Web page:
Judgesby Gary Inrig
Once again the Israelites did evil in the eyes of the Lord, and He delivers them into the hands of the Philistines for 40 years (Judges 13:1). The Philistines' two main weapons were trade and intermarriage. They were slowly choking the Israelites by compromise and assimilation. Israel was not being enslaved by military dominance but by spiritual and cultural seduction. Samson was the one person of his day who realised that a person or nation could not compromise and remain free to serve God.
Samson was a unique man for a unique time. He was to be a Nazirite, dedicated to God in a specific way (vv. 3-5; see Numbers 6:1-21). ″Nazir″ in Hebrew means ″to set apart″ or ″to separate″. He was sovereignly raised up by God for a definite purpose-delivering Israel from the Philistines (Judges 13:5).
We face a similar challenge today. Jesus also calls us to a specific purpose: to live in the world for His glory, as the salt of the earth and light of the world (see Matthew 5:13-14). He calls us to be ″holy″-which means ″set apart″ or ″distinct″. But how do we put those two essentials together-in the world but separated from it; involved in the world but not conforming to it? What does it mean for a Christ-follower to live a separated life? Samson's story offers us a lesson, carved in flesh, about some great truths on separation and holiness:
One, separation is meant to be a positive dedication to the Lord. Samson, however, saw his separation merely as legalistic, following a set of rules of dos and don'ts. In his heart, he was not dedicated to God. Some Christians understand holiness the same way, believing that it means living by a strict code of conduct. This can lead to isolationism or joyless asceticism. But that is not what God wants: separation is to be in a positive, joyful relationship with Jesus Christ.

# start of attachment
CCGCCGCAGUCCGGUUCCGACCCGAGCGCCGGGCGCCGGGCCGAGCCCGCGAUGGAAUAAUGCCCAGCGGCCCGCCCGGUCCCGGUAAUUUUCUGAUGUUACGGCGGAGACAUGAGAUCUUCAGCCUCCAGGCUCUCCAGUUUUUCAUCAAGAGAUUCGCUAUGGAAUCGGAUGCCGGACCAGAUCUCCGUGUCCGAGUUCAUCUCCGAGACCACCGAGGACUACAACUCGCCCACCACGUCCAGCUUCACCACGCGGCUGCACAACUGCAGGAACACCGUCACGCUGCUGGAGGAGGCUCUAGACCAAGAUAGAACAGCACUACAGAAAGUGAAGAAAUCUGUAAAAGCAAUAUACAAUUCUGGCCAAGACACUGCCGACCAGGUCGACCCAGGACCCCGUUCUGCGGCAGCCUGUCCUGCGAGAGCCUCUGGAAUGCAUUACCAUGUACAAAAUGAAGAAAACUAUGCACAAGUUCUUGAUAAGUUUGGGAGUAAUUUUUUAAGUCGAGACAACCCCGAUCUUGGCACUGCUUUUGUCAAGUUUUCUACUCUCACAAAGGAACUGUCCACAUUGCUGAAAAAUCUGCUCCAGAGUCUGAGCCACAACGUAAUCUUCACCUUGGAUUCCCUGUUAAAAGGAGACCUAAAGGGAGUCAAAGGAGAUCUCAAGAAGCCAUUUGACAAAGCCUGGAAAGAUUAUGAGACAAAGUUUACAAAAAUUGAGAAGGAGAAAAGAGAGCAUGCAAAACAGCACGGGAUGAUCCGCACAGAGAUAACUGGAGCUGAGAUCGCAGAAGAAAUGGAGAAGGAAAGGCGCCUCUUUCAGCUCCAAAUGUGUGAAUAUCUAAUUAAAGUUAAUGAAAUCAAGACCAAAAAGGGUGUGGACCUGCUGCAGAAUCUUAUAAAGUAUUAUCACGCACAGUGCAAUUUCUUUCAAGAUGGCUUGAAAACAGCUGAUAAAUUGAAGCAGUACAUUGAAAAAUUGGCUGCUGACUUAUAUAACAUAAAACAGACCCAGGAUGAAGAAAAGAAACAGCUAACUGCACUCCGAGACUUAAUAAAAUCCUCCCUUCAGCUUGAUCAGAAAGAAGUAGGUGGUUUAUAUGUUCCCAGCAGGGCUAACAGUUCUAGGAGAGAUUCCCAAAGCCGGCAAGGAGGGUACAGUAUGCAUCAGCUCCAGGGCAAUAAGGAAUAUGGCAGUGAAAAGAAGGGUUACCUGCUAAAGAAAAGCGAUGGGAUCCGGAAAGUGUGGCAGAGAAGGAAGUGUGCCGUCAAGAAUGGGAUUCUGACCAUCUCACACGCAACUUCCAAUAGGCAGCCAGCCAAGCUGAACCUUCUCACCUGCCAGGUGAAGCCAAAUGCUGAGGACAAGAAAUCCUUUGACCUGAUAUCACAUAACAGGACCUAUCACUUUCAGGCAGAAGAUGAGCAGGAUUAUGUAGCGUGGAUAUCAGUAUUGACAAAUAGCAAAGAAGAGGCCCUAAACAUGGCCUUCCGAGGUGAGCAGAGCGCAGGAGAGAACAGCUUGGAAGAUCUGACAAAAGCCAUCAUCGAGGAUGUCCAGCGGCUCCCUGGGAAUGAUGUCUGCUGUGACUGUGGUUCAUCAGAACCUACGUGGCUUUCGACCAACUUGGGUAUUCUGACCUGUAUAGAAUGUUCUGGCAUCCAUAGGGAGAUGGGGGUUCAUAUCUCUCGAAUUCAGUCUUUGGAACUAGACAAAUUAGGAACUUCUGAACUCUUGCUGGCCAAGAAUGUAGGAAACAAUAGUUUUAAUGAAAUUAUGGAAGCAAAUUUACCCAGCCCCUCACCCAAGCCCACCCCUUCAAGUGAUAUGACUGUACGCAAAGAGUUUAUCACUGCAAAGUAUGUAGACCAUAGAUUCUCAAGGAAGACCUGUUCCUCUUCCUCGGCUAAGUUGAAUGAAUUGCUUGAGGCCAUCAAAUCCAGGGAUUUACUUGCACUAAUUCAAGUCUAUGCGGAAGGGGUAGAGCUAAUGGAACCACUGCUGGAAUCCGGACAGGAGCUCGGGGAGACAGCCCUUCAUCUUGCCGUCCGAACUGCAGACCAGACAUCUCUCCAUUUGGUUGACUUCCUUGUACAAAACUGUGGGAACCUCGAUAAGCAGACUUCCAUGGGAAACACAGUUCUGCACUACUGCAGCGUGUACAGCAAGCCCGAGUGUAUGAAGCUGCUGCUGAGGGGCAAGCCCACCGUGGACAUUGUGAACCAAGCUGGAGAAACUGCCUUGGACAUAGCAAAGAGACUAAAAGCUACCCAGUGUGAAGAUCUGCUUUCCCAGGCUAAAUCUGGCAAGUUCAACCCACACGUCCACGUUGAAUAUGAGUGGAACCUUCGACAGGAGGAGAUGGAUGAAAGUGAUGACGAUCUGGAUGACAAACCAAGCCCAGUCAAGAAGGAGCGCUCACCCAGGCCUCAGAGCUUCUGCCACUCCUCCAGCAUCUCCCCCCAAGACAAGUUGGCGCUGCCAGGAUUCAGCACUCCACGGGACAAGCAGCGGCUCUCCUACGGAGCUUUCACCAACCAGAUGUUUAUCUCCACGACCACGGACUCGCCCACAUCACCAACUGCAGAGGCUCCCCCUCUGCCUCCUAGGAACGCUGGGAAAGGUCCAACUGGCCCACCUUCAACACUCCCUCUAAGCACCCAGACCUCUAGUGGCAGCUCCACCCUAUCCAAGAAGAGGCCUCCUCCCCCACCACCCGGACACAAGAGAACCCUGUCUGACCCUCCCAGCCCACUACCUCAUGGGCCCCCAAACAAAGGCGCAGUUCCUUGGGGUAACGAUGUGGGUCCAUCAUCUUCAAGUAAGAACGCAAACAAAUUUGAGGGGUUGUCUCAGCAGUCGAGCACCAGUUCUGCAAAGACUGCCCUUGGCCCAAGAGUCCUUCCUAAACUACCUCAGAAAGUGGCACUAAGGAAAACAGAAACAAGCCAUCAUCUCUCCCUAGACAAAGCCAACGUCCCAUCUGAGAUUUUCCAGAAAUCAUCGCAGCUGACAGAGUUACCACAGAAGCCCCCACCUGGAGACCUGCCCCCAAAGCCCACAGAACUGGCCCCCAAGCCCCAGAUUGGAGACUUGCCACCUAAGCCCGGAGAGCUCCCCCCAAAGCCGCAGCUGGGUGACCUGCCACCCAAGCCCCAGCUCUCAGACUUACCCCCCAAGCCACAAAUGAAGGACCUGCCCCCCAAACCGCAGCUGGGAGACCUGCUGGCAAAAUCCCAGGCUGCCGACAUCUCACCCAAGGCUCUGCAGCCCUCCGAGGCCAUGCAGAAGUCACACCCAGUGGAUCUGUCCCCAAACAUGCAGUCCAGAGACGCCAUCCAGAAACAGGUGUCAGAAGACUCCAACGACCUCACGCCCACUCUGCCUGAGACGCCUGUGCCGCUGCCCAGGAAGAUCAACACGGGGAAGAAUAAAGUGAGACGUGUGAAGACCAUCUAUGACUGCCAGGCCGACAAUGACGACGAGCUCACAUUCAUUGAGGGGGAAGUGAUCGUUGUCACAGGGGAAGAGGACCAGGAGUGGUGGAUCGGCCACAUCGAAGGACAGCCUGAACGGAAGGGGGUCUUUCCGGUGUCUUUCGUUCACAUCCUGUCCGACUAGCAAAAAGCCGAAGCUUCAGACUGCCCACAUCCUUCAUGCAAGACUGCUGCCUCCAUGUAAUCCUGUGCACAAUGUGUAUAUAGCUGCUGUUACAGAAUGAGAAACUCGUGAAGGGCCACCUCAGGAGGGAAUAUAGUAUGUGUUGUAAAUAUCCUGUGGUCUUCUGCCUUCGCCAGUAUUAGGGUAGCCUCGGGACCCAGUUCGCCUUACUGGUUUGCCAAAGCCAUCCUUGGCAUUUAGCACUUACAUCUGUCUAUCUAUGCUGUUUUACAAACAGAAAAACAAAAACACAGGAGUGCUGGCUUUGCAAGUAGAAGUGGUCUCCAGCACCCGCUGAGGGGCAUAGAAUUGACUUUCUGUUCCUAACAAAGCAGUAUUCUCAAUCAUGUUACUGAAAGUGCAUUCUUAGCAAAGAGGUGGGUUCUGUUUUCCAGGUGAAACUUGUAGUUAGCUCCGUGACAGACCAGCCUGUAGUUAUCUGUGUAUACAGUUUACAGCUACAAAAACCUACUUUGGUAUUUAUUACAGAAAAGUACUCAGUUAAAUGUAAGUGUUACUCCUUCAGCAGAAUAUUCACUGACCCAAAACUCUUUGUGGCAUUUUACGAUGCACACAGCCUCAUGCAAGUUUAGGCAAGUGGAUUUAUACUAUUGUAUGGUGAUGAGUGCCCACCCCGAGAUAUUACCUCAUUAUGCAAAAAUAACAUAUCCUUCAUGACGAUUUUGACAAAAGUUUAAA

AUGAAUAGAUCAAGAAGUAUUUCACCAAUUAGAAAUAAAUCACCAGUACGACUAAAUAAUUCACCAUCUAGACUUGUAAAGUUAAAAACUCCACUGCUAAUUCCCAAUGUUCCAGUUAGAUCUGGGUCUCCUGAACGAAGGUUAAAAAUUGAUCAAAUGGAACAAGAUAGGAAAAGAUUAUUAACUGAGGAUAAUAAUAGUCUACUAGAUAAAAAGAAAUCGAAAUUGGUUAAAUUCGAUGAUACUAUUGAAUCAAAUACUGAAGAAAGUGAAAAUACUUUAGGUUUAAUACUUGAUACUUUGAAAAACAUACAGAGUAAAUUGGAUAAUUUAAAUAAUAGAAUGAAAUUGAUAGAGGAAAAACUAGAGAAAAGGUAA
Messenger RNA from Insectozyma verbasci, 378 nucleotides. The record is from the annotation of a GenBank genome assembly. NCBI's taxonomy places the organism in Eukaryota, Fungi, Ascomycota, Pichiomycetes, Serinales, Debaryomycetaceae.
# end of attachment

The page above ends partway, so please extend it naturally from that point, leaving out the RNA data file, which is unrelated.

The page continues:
Two, strength comes from separation. Not one Hebrew lifted a finger against the Philistines; they had been assimilated, compromised, and integrated. It is not easy to live in the world and avoid becoming like it, but that is exactly what God calls us to do. It was the separated Samson who had strength to fight.
Three, separation is always accompanied by enablement. God gave Samson the Holy Spirit to carry out His purpose. And He gives us His Spirit to enable us to live distinctively for Him in the world.
Four, Jesus gives us the model for separation. He spent time with and ministered to sinners, but did not do all that they did. He was separated from the world in His character, and never compromised, sinned, or accepted human values. To be separated from the world is to relate to it as Christ did (see John 17:5-17). We do not leave the world; we live in it for Him.
A separated Christian is a Bible-centred, Christ-controlled Christian, in whom God is reproducing His character by the Holy Spirit.
How might we be assimilated into the world if we are not careful?
How can being ″set apart″ bring joy and strength in our relationship with God? See Philippians 2:14-16; John 17:5-17.